by Darrel Cline (darrelcline biblical-thinking.org)
Chapter # 6 Paragraph # 4 Study # 1 Lincolnton, NC April 16, 2006
13 I give thee charge in the sight of God, who quickeneth all things, and before Christ Jesus, who before Pontius Pilate witnessed a good confession;
14 That thou keep this commandment without spot, unrebukeable, until the appearing of our Lord Jesus Christ:
1901 ASV Translation:
13 I charge thee in the sight of God, who giveth life to all things, and of Christ Jesus, who before Pontius Pilate witnessed the good confession;
14 that thou keep the commandment, without spot, without reproach, until the appearing of our Lord Jesus Christ:
I. Paul's Charge to Timothy.
A. The "setting" of the charge.
1. It is given "in the sight of The God".
a. The word translated "in the sight of" is an often used word that indicates a position in the front of, or face of, another. It creates the image of the "other" being clearly aware of that which is in "front" of him.
b. The characteristic of The God is that He is responsible for making all "live". He is, as this phrase points out, the Living God Who communicates that Life to all who have it.
c. This is a particularly significant characterization in light of the immediately preceding context in which "eternal life" is to be grasped tightly as the seductions of material wealth swirl around the tempted and the exhortations to "pursue" and "fight" are given. There is no "Life" except from the Living God and there are no intermediate agents. God does use intermediate agents for many of the details of His accomplishments, but, when it is all said and done, He alone imparts and sustains Life.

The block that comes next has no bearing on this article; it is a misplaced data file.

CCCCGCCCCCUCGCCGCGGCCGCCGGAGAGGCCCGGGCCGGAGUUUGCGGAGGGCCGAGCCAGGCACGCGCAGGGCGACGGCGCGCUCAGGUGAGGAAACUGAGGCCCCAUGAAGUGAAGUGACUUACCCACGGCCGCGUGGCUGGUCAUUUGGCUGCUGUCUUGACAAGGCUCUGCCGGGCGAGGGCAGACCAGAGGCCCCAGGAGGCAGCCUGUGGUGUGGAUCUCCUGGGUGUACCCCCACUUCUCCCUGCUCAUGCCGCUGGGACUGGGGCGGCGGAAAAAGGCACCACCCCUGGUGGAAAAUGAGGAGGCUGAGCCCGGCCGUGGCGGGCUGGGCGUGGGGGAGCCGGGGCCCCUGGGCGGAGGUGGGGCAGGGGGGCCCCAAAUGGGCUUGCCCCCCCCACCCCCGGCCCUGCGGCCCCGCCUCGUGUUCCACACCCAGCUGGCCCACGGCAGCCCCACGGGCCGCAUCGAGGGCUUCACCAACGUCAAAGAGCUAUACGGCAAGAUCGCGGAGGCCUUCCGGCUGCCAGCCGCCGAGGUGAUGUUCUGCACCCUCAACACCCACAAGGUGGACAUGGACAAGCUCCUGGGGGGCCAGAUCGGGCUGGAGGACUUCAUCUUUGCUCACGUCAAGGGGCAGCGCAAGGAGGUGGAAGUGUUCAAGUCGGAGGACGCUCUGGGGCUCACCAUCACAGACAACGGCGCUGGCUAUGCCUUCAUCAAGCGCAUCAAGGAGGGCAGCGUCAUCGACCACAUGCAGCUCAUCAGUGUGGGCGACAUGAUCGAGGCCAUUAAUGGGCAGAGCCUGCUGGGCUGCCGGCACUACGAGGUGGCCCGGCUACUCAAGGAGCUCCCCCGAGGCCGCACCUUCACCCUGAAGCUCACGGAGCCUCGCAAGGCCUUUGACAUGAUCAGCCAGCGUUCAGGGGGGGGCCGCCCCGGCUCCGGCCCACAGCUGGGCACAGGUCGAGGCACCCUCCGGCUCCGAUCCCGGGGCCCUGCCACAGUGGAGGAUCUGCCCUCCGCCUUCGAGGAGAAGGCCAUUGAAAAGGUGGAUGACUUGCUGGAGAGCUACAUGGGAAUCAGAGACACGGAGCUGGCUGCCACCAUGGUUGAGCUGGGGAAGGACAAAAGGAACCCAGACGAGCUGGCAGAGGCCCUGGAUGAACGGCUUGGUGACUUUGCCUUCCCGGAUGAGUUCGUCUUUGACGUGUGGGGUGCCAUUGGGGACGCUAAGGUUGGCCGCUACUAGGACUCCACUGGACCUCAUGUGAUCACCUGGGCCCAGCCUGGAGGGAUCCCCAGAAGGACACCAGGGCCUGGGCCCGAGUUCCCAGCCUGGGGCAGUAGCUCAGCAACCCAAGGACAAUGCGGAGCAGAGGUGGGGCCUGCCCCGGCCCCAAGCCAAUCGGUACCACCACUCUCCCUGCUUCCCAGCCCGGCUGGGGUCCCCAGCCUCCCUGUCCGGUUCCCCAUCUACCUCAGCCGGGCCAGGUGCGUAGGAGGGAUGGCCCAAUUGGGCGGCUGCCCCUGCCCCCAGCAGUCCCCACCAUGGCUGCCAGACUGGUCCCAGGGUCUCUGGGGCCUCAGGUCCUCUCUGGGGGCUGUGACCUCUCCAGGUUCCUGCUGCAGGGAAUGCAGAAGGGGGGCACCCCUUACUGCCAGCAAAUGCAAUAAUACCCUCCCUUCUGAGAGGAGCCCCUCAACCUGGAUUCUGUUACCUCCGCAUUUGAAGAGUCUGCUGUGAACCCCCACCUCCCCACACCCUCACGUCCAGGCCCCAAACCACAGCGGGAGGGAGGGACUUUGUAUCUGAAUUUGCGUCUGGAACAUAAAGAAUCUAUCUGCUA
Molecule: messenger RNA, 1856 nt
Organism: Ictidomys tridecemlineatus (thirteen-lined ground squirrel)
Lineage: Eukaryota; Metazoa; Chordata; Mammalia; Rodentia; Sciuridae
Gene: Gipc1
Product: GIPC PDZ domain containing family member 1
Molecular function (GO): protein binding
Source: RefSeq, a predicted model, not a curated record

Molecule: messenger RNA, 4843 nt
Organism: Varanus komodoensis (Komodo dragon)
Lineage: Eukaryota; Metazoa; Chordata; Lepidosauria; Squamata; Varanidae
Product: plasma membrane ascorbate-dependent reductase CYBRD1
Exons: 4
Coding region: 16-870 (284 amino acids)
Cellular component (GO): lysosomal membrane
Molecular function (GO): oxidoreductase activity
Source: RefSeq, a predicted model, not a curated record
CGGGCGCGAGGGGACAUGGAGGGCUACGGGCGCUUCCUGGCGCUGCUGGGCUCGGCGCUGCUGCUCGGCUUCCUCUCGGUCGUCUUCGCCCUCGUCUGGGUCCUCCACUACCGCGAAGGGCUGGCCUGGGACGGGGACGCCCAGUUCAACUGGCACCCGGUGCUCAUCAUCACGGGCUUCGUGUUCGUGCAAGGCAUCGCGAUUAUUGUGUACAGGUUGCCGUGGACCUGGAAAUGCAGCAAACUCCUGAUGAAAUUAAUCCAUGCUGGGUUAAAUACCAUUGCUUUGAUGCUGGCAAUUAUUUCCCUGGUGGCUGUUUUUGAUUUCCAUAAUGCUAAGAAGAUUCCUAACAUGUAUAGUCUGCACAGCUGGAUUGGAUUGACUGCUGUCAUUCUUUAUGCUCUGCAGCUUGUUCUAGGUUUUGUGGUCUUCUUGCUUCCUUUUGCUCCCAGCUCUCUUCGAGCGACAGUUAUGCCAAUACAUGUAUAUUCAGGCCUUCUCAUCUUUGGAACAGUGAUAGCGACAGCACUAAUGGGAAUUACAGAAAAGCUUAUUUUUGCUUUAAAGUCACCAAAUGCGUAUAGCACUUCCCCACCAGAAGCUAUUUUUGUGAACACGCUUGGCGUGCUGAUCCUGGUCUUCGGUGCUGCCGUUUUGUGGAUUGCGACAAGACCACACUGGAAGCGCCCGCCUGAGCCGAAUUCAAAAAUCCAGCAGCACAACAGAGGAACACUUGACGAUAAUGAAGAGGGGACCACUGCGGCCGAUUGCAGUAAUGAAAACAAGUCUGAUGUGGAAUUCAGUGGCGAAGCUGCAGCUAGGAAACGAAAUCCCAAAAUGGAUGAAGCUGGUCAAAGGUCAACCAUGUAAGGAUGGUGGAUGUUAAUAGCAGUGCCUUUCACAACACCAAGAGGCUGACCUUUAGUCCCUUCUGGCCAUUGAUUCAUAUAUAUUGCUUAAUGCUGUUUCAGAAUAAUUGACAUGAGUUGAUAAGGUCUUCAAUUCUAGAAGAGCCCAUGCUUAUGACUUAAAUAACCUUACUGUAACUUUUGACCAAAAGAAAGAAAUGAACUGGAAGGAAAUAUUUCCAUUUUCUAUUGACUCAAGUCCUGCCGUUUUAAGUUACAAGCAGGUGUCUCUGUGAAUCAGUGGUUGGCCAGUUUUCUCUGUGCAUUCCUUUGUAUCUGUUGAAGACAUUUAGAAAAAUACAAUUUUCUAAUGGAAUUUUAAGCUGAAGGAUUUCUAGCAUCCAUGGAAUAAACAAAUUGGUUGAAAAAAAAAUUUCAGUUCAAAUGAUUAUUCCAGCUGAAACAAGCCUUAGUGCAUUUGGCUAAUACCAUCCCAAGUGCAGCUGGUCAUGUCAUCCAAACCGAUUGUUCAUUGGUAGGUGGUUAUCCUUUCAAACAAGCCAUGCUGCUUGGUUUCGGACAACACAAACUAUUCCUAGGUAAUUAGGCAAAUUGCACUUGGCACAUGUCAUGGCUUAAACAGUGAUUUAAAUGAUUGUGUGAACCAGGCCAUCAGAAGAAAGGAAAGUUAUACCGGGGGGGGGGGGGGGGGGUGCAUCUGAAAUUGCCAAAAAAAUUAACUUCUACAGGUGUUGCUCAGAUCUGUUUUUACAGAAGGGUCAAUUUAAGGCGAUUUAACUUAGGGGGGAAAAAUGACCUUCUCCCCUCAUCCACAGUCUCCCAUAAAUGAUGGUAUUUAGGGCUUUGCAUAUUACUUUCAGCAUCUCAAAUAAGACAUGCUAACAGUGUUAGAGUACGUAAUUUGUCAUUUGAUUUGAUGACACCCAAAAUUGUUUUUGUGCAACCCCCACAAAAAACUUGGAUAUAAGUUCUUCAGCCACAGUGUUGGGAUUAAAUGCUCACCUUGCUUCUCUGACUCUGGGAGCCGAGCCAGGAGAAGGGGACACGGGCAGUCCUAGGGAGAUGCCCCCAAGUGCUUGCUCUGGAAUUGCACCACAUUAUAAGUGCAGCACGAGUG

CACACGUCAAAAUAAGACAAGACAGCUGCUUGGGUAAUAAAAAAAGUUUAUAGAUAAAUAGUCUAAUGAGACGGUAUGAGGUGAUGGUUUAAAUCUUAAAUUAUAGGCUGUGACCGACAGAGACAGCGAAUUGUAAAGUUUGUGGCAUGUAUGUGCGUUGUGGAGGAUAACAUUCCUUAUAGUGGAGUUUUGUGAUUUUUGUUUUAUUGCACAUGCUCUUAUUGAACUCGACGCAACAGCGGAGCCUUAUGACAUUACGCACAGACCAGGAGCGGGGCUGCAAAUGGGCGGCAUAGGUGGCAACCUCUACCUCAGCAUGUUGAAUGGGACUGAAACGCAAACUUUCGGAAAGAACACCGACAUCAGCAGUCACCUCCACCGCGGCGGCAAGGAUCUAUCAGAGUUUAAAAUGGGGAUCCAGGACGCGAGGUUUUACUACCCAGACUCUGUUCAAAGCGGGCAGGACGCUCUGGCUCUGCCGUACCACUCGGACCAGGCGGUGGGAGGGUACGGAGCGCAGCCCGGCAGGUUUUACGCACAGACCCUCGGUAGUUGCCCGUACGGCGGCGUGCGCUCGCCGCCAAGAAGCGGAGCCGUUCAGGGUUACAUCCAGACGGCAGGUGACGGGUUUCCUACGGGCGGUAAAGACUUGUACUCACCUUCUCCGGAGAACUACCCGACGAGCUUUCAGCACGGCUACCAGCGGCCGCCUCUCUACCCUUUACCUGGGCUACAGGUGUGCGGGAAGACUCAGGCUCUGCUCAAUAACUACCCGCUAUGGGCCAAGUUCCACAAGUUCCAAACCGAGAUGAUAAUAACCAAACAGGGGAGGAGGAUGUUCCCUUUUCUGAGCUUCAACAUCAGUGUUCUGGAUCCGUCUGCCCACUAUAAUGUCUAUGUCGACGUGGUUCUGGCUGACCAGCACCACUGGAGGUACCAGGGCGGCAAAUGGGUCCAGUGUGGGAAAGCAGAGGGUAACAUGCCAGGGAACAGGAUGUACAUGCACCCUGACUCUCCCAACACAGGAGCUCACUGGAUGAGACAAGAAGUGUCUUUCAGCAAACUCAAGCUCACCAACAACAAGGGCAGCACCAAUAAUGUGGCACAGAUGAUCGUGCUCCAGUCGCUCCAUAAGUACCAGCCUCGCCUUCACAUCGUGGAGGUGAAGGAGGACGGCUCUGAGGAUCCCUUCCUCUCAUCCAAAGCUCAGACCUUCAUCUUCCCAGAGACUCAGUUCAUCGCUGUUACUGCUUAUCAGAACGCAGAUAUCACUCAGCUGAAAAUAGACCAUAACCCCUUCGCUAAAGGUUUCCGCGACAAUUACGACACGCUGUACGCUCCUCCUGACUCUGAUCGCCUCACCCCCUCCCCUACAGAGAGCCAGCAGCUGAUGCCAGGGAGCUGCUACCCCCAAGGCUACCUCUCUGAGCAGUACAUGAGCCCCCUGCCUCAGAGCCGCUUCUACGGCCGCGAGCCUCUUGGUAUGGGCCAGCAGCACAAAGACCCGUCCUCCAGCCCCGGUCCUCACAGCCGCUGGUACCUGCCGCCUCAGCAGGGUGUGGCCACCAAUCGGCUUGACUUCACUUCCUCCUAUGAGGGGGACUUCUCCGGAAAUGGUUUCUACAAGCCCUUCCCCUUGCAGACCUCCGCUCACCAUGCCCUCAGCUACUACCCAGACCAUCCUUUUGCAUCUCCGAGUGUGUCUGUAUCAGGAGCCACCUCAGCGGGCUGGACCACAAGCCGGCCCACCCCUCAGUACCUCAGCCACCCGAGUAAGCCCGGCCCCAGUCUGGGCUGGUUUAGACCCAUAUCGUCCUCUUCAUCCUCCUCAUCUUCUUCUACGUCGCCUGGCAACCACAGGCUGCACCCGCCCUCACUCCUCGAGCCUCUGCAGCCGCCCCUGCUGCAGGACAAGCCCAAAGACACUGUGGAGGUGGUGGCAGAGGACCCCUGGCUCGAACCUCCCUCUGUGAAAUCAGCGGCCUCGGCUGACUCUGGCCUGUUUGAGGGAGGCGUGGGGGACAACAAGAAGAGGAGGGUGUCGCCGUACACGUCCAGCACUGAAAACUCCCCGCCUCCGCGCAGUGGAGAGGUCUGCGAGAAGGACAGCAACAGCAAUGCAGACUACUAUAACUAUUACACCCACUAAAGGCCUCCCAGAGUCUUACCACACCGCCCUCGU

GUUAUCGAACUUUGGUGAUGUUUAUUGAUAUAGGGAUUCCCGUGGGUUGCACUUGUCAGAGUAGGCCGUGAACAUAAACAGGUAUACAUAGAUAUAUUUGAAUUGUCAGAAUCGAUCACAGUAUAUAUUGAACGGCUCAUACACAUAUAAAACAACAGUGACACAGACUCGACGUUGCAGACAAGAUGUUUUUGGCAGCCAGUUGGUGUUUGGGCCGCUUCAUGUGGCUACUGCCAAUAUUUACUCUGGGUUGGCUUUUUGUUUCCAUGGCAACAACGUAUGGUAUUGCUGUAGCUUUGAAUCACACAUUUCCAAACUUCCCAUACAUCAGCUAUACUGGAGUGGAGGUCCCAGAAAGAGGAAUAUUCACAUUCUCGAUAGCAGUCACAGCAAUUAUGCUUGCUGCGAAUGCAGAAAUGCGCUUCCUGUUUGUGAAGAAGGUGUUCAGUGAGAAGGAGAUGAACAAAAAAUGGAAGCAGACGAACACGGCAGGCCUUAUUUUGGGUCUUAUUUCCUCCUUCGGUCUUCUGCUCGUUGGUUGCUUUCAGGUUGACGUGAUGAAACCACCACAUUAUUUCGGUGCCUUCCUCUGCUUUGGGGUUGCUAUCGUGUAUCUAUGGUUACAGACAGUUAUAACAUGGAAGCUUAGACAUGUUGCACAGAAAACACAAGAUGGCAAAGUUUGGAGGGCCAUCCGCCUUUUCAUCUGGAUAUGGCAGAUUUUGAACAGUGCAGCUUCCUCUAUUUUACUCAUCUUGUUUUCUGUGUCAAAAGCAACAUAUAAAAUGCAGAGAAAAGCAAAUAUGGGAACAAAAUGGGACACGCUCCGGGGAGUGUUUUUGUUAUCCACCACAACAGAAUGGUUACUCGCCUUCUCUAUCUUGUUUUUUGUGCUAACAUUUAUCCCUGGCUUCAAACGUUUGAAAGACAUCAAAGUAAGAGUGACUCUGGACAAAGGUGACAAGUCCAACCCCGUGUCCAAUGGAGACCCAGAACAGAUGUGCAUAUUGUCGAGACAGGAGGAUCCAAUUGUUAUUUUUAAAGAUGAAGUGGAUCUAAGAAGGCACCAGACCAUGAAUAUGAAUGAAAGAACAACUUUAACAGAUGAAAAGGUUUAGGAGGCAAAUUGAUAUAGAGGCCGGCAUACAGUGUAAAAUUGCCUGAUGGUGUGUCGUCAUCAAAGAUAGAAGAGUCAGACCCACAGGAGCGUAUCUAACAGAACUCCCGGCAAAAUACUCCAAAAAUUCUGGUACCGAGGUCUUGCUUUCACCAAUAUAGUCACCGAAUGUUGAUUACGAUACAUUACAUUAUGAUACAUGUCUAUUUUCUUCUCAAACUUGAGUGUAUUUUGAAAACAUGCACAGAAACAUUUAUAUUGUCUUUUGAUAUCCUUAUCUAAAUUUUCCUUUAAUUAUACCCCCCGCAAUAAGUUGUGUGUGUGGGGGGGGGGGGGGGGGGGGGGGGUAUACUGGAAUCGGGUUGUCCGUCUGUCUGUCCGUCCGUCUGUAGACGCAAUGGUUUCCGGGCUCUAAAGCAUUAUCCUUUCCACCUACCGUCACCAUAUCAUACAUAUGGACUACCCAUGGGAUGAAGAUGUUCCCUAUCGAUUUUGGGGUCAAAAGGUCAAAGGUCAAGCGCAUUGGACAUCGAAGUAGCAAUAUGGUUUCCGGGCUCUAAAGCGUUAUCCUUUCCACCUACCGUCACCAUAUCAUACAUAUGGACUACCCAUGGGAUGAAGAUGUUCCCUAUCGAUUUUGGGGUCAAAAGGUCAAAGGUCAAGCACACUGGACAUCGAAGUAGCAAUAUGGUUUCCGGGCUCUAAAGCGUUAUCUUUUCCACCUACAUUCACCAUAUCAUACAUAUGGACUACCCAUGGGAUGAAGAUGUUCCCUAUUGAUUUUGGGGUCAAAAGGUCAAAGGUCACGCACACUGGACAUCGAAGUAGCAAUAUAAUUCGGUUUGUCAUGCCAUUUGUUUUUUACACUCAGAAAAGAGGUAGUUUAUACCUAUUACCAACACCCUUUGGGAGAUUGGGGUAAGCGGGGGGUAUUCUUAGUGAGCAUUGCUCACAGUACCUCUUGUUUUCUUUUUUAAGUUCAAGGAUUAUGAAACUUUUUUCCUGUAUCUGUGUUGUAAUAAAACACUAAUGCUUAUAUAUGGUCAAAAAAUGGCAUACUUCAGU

2. It is given "in the sight of Christ Jesus".
a. The characteristic of Christ Jesus focuses upon His "giving witness" to a "good confession" upon Pontius Pilate. The picture of the preposition translated "before" is distinctly different from the preposition translated "in the sight of". This one gives the impression of placing something "upon" another. In other words, "in the sight of" gives the impression that another is watching, but "upon" gives the impression that another is becoming responsible for what he sees/hears. Whereas the Life-giving God is a witness to Paul's charge to Timothy, Pilate became distinctly responsible to God by reason of the witness that was given to him by Jesus.
b. The question is: Why did Paul decide to pull up "Pontius Pilate" at this point? Is there an oblique reference to the fact that Timothy's tasks might bring him before political authorities as did Jesus'? Or was there some other significance to the reference to Pilate? Did Paul have a specific "confession" in mind that Jesus made to Pilate?
1) Clearly, Jesus gave "good confessions" on multitudes of occasions. However, the one that was given to Pilate was in the context of His impending crucifixion. In that setting, Pilate claimed to have the power of "life" and "death" and Jesus absolutely rejected that claim (John 19:10-11).
2) The only "witness" that is claimed by the Scripture to have been "given" to Pilate is recorded in John 18:37 at the point of Pilate's question "Art Thou a king?". It is the very same issue that Paul raises here: "...the only Potentate, the King of kings, and the Lord of lords..." Interestingly, John shows that Pilate's behavior forced the final apostasy upon the Jews: "We have no king but Caesar" (John 19:15).
3) It seems apparent Paul is seeking to get Timothy to make a forceful, life-long, commitment to be faithful to the "charge" to "flee...pursue...fight". But, coming at the end of the epistle, it may well be that Paul had the entire epistle in mind when he penned "I give thee charge...keep this commandment..." If that is the case, it should cause us all to tremble to see how far from the instruction the visible "church" has strayed.